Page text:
What does it mean to use place-based settings to develop environmental literacy? What is environmental literacy? Why should anyone care?
There is a growing movement in the United States connecting the natural environment to the traditional "essential" school subjects of math, science, reading, and writing. Students, teachers, administrators, and parents at these schools are developing ways that hope to develop cognitive skills often stressed by standardized tests. Most of us want our kids to learn measurement, observation, analysis, and explanation skills so that they can function in modern society. But a large number of people are starting to look at nature as one of the best ways to teach and learn these skills. And many of them hope that students engaged with the natural environment might also develop a positive, respectful, and lasting relationship with nature. This is the beginning of educating for sustainability.
Numerous organizations have sprouted at the national, regional, and local level. These include the Green Schools Alliance, the United States Partnership for Education for Sustainable Development, the North American Association for Environmental Education, the Center for Ecoliteracy, the Farm to School, Kansas, Kentucky, and Maryland Green Schools initiatives, the Pennsylvania Center for Environmental Education, and many more (see 3E-COE blog's sidebar for a larger list).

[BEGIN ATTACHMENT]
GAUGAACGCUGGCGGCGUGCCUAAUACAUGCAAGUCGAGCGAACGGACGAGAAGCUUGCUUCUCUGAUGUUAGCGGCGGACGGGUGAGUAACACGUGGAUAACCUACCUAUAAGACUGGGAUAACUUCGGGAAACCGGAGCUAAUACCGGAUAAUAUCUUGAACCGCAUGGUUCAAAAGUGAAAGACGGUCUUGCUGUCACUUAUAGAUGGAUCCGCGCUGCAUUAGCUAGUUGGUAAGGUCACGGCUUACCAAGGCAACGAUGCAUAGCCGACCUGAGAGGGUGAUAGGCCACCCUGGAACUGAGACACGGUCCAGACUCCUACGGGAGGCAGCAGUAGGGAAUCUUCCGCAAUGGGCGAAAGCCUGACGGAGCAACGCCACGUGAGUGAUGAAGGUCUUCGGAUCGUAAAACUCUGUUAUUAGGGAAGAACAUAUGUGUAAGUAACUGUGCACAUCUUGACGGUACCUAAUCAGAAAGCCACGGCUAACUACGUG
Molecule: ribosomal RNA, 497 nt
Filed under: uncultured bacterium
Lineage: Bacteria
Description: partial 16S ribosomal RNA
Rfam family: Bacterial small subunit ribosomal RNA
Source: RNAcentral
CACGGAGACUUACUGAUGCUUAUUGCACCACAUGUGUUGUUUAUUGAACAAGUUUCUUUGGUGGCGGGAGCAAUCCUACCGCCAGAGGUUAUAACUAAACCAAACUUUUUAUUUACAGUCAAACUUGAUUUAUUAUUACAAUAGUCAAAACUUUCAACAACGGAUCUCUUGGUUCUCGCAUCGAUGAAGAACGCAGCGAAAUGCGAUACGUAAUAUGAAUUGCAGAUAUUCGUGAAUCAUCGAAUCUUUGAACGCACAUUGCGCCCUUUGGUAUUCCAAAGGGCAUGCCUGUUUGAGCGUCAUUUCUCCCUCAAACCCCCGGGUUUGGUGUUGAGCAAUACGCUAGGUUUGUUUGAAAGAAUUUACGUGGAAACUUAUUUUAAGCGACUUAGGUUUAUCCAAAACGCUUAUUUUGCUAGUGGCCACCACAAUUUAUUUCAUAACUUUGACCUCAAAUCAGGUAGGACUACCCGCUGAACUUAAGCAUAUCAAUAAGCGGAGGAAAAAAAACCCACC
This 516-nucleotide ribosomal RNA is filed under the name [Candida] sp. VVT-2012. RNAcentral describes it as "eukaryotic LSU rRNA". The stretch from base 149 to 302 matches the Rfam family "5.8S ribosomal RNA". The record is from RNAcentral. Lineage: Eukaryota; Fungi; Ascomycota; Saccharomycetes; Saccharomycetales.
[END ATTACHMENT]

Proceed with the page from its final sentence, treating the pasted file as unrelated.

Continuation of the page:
Right now, all of the public elementary schools in the State College Area School District have school gardens. These are places for students to develop academic knowledge, exercise skills, and connect with nature and one another. The district recognizes that the garden can be ideal to meet standards in the biological sciences, ecology, chemistry, physics, earth sciences, math, health and physical education, and be used for writing, reading, and more. Can they even develop self-efficacy, self-sufficiency, and friendliness? The district states, "With an emphasis on inquiry-based education and learning, school gardens go beyond teaching biology, math and writing to students; they provide a more integrated method of learning, one which enriches students' mind, body and heart and produces favorable behavioral changes."
One of these schools, Park Forest Elementary, has gone above and beyond gardens. They have a bird blind, a cold box, the greenhouse on the way, a nature walk through a large patch of woodland frequented by at least on Pileated Woodpecker, the outdoor pavilion, the amphitheatre, a wetland (pictured at right), vegetable and pollinator gardens, 13 composting chambers, and a student-run recycling program. Soon, they will be getting beehives (enclosed to protect children from bees and vice versa). As a way to integrate the fifth grade curriculum, students and teachers engage this Schoolyard Project by writing a 'Zine that incorporates writing, science, and technology into a long-term project with numerous positive learning and behavioral outcomes. It doesn't hurt that they also engage students in a working democracy within the school.
Today, we will talk to five special guests from Park Forest to learn more about these programs Principal Donnan Stoicovy and one of the fifth grade teachers Lisa LaDriere-Konan will be joined by three fifth graders. All of them will tell us about what an "environmentally smart" person knows and does and how we can school for it, what their outcomes are, and what lessons other schools might learn from them.
Join us today, April 16th, from 4-5 pm on the Lion FM.